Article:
Fourie was on a mission to hunt down the four-circle cars, but try as he might there were determined not to let the blue and white propeller past. Less than three seconds separated the first six cars at the flag, with Van der Linde at the back of that queue and Pinard and Mayer some distance in arrears.
Van Rooyen converted his second on the grid into a win, holding off an enthusiast challenge from Nathan. But it was Formato who made the early running from pole, before being forced to retire with broken front suspension.
Duminy gave Ford's challenge a semblance of decency with third and Robertson was a contented fourth. Cronje was next, lamenting the fact that he wasn't able to remove the 50kg of ballast - a concession made by the series organisers to the Mini's low engine capacity - in time for the start.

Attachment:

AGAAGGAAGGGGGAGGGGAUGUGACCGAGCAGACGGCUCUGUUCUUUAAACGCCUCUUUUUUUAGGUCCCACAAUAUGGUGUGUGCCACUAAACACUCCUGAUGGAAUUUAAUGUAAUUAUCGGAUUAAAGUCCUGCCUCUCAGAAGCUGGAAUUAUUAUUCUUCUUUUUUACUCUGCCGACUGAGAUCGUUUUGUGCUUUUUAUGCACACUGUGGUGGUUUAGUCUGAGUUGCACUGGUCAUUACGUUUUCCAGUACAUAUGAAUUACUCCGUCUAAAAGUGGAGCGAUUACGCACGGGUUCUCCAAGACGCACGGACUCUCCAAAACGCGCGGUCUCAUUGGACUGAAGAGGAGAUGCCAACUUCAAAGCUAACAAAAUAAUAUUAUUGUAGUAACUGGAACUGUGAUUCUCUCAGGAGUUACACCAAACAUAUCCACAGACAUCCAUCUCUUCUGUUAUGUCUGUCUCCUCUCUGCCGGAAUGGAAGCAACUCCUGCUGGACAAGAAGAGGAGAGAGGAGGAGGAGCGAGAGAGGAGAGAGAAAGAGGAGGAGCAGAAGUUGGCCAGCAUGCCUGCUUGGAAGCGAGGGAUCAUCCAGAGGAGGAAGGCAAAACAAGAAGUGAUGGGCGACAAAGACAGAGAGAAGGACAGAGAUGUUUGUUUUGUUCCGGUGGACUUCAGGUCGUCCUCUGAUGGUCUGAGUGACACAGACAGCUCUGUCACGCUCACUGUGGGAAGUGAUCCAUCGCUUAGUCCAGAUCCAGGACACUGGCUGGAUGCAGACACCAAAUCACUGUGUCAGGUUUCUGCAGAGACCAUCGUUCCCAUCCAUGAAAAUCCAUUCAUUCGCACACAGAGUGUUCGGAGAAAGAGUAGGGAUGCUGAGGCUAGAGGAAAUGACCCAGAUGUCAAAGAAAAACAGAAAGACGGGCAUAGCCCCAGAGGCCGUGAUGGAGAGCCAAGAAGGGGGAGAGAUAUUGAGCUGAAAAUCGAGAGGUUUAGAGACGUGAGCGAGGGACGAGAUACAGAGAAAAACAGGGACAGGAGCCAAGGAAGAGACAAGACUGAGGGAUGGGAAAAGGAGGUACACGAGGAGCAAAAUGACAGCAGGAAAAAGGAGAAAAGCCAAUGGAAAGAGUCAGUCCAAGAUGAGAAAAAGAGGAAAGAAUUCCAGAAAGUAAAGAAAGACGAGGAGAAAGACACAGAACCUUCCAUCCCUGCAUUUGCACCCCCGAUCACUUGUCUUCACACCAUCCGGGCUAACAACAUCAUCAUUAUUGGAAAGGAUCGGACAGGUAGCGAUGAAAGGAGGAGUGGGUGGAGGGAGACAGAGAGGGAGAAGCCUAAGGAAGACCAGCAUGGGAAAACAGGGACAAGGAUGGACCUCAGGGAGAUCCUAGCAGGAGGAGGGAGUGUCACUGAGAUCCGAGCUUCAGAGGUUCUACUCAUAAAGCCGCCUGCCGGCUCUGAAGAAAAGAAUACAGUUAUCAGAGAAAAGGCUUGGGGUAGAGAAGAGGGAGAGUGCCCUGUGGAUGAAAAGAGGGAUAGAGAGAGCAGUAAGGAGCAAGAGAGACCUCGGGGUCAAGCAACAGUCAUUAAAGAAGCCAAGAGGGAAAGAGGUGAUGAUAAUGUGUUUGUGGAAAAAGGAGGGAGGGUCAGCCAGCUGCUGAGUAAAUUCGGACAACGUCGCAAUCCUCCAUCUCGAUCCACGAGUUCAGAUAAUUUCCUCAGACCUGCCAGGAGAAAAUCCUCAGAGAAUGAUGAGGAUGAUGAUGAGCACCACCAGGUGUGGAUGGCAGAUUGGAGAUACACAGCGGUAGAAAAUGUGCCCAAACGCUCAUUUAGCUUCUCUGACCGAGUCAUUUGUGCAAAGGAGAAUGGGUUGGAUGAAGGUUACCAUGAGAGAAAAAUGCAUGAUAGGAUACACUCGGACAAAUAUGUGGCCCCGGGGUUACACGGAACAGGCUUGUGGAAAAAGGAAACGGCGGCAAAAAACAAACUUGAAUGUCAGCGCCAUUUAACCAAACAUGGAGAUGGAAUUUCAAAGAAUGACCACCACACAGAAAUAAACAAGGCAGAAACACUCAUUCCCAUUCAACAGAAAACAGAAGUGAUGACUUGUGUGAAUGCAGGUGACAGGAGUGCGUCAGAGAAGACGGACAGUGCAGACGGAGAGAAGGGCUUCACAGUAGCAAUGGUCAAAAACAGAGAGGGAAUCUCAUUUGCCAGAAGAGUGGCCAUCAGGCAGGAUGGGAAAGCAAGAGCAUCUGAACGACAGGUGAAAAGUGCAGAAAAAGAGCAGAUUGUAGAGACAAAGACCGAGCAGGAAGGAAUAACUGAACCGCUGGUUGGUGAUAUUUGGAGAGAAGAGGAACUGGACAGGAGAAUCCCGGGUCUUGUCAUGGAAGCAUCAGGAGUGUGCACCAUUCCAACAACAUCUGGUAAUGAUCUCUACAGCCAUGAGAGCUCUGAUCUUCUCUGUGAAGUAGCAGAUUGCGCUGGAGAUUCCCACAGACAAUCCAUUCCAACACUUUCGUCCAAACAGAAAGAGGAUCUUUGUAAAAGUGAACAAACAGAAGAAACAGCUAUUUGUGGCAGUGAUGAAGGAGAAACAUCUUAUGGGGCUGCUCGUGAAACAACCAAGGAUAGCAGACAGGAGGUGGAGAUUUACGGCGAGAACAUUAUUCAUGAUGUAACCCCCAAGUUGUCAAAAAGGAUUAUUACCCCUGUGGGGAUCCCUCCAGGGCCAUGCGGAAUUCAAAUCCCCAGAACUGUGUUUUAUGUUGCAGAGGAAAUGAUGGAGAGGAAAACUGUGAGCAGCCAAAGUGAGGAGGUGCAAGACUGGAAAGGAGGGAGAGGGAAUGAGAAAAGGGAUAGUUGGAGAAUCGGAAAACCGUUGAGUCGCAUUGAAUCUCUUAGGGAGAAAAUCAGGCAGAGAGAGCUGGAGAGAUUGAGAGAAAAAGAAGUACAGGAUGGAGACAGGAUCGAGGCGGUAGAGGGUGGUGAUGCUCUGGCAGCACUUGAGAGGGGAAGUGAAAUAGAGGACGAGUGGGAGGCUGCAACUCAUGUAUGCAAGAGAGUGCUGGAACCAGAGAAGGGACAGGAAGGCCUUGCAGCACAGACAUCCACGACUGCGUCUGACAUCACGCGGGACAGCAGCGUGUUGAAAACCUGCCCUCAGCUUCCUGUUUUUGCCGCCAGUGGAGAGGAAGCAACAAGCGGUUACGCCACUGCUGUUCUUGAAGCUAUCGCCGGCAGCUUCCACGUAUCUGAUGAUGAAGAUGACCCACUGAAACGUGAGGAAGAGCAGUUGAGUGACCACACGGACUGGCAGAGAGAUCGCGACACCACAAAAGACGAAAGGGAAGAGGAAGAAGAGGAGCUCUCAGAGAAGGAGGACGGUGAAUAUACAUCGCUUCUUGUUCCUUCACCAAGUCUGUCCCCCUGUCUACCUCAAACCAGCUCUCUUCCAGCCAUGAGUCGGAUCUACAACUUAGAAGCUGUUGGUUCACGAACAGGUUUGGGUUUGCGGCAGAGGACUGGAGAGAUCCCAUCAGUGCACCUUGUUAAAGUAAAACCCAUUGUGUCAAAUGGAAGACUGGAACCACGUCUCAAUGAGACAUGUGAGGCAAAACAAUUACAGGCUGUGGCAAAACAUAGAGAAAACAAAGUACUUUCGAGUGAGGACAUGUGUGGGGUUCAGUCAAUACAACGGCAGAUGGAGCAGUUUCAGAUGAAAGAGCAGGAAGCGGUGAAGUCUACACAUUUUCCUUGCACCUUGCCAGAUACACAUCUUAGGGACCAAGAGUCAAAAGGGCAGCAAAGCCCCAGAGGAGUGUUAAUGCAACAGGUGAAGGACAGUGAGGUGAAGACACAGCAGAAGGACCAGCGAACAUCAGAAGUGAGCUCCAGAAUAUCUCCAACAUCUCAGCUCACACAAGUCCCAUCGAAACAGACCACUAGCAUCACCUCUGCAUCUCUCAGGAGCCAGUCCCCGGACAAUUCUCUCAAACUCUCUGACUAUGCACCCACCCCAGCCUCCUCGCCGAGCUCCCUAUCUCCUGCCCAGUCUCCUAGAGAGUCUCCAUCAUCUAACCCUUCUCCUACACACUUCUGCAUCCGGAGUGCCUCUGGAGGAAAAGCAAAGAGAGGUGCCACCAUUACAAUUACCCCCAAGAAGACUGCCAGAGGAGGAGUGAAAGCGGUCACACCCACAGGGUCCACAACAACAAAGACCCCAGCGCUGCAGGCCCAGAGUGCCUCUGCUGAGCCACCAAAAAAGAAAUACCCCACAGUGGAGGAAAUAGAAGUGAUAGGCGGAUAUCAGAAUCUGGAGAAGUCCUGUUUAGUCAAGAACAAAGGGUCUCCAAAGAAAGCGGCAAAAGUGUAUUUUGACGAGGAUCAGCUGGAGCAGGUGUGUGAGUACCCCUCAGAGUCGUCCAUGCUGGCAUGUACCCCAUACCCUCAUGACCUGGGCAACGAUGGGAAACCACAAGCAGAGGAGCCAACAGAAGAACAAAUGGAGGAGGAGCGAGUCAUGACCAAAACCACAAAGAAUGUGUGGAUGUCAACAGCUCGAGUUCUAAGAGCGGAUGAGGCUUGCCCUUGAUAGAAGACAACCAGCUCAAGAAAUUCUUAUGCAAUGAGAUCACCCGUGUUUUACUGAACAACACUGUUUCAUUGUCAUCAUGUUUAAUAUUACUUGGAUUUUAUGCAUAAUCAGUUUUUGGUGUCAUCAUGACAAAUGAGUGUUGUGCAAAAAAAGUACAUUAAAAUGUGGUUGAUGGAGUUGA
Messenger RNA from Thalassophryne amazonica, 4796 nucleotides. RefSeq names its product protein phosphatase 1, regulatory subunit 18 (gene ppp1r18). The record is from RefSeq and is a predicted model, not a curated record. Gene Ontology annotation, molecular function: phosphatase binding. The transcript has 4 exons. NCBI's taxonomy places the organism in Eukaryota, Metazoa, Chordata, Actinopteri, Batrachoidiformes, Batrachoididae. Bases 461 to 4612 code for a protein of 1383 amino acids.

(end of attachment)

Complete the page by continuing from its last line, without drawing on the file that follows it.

Formato's hastily repaired car was good enough to win with in Race 2, comfortably ahead of Nathan and Cronje - now significantly lighter than earlier and able to challenge Nathan. Van Rooyen was slowed by a cracked manifold while Robertson didn't get out of the pits.
The 14-lap main event produced a bright new star as Gennaro Bonafede took a popular win, just holding off reigning champion Michael Stephen in a similar Audi S4.
The lanky Pretoria engineering student was almost speechless with delight.
“Wow - I can't believe it - just weeks after my worst race meeting ever I have a flag to flag win and my first in the Audi,” he grinned. “At the end the tyres were going off and I can't remember the last time I was so happy to see the flag!”